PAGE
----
Lawyers, courts and litigants encounter various levels of criticism and complaints about how courts handle divorce, custody cases and support matters. Criticisms often include the time it takes to litigate, the costs of litigation, the multitiered levels of decision-making that impede a speedy decision (such as forensic reports) and the fact that obtaining resolution of a dispute has a structure that is foreign or unexplained to litigants.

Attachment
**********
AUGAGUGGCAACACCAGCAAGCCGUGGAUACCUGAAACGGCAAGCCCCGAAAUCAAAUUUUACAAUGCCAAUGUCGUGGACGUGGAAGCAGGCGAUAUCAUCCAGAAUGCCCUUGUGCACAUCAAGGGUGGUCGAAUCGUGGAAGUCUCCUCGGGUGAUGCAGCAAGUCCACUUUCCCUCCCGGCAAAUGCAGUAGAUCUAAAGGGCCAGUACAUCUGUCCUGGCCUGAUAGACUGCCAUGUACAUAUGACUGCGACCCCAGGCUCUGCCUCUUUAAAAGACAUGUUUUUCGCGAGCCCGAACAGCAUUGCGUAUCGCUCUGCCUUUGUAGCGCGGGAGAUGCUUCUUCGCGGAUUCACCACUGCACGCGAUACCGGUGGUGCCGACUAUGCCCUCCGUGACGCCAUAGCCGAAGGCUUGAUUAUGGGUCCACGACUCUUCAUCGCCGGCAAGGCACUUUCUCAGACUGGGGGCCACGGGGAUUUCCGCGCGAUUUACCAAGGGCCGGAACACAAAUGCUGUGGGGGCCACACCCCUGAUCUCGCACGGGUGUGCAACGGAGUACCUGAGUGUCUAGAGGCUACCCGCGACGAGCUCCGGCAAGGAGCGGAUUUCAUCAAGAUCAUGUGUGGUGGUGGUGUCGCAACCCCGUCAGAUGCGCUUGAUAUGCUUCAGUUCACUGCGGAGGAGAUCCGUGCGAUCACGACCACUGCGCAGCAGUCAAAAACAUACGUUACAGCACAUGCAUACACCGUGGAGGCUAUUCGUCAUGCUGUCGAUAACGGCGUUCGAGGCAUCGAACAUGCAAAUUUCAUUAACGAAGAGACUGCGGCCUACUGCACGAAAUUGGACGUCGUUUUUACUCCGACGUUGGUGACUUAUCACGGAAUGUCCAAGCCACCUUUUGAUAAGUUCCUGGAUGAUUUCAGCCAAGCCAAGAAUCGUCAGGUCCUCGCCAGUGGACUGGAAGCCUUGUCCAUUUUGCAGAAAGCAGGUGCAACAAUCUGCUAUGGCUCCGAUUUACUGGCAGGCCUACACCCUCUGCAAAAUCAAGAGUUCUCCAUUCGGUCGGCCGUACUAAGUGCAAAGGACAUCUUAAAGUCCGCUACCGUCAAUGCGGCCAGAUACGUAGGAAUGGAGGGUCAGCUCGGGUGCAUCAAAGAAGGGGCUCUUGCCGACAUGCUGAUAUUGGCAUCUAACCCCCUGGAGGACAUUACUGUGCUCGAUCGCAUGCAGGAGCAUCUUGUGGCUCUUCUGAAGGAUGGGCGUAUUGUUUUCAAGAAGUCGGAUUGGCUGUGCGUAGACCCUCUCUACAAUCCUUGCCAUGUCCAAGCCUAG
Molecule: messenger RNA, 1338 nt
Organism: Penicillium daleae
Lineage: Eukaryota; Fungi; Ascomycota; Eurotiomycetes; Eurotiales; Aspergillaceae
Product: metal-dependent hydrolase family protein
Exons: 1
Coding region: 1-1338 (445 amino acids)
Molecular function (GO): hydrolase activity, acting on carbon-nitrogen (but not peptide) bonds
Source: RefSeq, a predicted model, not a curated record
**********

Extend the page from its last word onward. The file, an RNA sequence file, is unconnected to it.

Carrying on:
The problem is compounded by the misinformation that is often provided by friends or associates of the litigants who are not themselves trained in the legal process and is fueled by the horror stories that people read and see in the media. Courts throughout the country are struggling with high caseloads because family law matters often constitute the highest percentage of cases on the civil calendars. Nonetheless, our clients are entitled to be treated with dignity. They need their day in court, and courts must have sufficient time and resources to give litigants comprehensive and thorough consideration for the issues they bring before them.
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